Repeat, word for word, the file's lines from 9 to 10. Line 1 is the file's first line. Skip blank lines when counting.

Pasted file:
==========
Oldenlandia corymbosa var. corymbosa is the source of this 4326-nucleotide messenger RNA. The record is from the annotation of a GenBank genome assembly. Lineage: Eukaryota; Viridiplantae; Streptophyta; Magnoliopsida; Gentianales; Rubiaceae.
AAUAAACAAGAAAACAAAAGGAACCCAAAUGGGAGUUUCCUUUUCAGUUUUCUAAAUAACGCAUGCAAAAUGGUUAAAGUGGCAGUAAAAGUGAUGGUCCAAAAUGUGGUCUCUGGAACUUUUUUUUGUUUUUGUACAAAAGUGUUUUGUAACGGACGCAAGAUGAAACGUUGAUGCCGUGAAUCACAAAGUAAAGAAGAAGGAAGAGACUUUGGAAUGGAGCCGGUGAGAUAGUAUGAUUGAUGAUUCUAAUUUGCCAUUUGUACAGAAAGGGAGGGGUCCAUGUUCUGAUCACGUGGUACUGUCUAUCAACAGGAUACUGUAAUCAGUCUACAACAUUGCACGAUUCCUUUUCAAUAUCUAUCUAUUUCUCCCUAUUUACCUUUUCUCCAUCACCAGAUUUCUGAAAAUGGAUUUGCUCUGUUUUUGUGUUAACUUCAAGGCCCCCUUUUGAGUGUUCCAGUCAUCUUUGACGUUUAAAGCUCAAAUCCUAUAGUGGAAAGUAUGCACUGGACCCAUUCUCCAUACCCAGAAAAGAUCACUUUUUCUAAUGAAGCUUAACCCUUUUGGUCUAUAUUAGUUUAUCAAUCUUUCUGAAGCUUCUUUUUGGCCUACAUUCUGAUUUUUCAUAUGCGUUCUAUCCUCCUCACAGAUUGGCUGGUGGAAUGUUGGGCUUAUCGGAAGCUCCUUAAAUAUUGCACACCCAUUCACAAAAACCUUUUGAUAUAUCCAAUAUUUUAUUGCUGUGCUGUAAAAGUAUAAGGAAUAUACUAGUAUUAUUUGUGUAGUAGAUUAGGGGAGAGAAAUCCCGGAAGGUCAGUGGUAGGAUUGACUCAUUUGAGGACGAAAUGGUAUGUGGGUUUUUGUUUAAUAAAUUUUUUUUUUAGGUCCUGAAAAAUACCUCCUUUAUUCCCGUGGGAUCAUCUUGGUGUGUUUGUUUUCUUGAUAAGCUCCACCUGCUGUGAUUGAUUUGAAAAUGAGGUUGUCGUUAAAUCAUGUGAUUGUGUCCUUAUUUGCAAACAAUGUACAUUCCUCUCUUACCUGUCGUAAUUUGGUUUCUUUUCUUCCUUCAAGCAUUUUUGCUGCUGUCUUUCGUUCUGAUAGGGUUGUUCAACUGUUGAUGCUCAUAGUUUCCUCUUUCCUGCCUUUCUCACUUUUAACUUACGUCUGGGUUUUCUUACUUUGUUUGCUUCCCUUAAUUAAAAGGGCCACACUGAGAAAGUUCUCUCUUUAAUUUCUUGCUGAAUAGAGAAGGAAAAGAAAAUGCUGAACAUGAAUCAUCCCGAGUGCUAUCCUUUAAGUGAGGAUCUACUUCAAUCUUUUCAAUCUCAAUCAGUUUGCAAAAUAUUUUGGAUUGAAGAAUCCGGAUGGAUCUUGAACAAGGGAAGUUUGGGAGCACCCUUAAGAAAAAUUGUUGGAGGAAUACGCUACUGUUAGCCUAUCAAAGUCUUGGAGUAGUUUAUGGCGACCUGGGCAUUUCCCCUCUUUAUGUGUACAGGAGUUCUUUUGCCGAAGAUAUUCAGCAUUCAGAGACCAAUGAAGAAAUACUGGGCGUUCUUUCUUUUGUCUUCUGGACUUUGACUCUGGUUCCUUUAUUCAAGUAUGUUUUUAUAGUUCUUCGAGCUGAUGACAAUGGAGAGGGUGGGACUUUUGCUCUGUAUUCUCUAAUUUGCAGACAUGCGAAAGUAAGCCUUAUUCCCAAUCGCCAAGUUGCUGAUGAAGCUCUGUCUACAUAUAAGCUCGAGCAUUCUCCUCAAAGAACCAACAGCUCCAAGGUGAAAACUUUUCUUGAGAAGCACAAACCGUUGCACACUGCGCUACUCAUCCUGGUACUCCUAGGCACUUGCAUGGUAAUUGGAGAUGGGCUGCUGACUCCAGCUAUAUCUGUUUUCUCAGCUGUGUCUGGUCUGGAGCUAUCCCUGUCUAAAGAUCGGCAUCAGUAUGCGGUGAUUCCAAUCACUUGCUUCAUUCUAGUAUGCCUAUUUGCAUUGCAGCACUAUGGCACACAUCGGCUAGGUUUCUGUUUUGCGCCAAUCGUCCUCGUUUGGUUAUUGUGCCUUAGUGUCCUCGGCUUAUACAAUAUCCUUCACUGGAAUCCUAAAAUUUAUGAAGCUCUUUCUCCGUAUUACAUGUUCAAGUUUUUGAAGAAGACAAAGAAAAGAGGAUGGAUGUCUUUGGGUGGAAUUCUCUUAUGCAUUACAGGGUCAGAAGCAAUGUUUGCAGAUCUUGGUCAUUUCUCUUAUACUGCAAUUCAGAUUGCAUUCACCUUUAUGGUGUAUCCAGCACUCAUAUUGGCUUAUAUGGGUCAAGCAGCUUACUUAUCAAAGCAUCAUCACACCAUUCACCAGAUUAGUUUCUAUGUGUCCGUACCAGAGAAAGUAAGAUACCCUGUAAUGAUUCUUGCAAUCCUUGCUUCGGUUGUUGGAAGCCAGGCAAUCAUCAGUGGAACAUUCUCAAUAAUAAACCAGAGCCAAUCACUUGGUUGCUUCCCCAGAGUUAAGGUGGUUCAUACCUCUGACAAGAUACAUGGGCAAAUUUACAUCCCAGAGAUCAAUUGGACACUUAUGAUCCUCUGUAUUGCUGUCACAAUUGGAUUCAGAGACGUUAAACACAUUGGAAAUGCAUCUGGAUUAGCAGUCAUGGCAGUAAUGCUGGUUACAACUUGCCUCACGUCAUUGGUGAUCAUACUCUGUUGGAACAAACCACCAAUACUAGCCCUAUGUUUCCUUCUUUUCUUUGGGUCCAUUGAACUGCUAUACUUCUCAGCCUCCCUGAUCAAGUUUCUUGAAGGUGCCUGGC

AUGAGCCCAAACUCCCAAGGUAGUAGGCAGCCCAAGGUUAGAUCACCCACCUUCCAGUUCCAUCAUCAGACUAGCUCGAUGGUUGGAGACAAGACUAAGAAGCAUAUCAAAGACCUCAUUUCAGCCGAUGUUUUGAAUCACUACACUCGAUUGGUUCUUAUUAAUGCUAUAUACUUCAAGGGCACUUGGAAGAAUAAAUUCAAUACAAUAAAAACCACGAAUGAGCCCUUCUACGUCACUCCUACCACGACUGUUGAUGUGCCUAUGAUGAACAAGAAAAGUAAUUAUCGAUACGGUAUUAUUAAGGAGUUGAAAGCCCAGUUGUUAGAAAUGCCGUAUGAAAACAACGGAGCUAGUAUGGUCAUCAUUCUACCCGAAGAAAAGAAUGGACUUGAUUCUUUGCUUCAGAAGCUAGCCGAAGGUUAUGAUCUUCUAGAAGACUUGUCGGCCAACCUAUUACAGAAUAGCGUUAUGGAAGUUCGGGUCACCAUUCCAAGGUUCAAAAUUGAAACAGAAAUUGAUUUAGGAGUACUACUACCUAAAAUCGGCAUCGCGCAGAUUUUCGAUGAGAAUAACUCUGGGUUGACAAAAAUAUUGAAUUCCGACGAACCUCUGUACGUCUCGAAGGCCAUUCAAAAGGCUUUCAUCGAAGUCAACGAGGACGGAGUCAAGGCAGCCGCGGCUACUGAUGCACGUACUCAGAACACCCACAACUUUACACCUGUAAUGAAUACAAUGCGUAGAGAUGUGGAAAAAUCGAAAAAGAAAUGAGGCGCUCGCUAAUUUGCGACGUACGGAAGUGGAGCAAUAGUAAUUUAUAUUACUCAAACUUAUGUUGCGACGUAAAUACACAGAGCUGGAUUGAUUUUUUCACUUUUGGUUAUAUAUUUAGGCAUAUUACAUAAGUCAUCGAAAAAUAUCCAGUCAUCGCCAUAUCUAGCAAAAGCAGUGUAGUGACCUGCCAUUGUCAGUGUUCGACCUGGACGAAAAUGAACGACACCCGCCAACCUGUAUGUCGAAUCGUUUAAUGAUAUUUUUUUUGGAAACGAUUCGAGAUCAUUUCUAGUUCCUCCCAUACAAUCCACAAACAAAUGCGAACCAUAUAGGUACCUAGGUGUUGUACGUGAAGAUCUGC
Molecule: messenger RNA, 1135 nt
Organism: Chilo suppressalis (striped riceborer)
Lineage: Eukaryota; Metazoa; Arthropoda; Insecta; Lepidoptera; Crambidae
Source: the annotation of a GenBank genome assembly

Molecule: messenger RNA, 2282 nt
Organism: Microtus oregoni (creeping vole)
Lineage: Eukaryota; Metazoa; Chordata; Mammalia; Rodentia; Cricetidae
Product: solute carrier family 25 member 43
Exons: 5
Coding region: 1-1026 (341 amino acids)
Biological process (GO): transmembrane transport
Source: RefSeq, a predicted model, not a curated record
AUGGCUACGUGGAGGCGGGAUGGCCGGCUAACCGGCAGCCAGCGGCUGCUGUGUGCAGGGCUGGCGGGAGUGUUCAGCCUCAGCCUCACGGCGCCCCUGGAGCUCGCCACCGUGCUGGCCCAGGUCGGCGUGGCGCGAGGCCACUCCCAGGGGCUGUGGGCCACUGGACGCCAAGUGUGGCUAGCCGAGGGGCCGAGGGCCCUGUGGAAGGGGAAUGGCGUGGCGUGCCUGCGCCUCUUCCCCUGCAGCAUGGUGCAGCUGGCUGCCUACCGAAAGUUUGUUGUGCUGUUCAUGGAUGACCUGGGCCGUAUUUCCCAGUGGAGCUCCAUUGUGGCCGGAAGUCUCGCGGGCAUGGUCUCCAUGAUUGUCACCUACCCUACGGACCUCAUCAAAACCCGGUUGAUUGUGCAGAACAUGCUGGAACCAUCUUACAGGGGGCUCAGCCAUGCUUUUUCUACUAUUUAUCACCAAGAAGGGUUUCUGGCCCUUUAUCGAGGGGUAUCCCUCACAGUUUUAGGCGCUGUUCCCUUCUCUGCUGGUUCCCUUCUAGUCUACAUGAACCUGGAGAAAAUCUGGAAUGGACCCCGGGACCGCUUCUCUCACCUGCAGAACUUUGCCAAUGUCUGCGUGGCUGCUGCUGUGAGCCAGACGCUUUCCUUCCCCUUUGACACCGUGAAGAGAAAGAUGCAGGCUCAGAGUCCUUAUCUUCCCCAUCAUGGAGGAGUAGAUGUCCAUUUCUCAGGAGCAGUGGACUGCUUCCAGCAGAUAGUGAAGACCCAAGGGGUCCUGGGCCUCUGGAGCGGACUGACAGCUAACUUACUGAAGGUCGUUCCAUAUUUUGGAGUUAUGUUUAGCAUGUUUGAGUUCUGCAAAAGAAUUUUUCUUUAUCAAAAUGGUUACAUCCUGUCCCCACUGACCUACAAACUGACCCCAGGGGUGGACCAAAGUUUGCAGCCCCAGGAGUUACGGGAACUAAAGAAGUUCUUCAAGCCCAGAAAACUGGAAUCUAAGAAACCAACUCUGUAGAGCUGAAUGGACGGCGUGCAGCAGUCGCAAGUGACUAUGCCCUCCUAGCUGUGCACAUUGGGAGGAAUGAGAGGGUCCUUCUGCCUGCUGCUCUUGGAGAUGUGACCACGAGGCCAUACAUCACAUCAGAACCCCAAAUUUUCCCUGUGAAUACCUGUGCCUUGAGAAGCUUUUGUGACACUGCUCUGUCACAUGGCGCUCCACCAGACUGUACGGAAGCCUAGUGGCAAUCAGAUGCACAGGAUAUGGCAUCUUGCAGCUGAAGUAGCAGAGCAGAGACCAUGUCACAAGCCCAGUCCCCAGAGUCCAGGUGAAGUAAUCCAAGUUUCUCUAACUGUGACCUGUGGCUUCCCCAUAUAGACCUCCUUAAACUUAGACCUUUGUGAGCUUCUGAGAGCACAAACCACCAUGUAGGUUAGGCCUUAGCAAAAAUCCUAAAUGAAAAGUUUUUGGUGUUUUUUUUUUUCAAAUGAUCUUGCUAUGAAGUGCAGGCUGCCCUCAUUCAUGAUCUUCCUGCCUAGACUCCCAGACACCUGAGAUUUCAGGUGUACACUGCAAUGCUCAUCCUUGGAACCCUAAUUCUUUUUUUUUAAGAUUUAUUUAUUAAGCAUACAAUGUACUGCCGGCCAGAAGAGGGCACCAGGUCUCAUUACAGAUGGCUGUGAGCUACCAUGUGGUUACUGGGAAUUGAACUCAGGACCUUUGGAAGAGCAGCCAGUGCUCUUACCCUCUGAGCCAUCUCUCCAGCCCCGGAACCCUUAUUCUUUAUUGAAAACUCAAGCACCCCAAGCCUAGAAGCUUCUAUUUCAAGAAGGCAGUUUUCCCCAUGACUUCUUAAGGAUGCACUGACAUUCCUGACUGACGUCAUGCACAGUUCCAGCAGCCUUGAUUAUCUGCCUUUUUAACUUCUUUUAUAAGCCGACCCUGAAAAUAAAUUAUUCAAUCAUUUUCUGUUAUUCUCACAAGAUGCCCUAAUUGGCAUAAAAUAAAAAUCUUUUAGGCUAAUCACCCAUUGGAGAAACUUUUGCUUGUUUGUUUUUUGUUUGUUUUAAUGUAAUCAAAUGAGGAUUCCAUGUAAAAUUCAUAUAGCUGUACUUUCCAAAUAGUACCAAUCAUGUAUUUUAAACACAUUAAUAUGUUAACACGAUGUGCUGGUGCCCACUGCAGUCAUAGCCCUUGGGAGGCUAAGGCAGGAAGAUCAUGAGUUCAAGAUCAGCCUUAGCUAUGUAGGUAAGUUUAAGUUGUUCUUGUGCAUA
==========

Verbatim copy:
Organism: Microtus oregoni (creeping vole)
Lineage: Eukaryota; Metazoa; Chordata; Mammalia; Rodentia; Cricetidae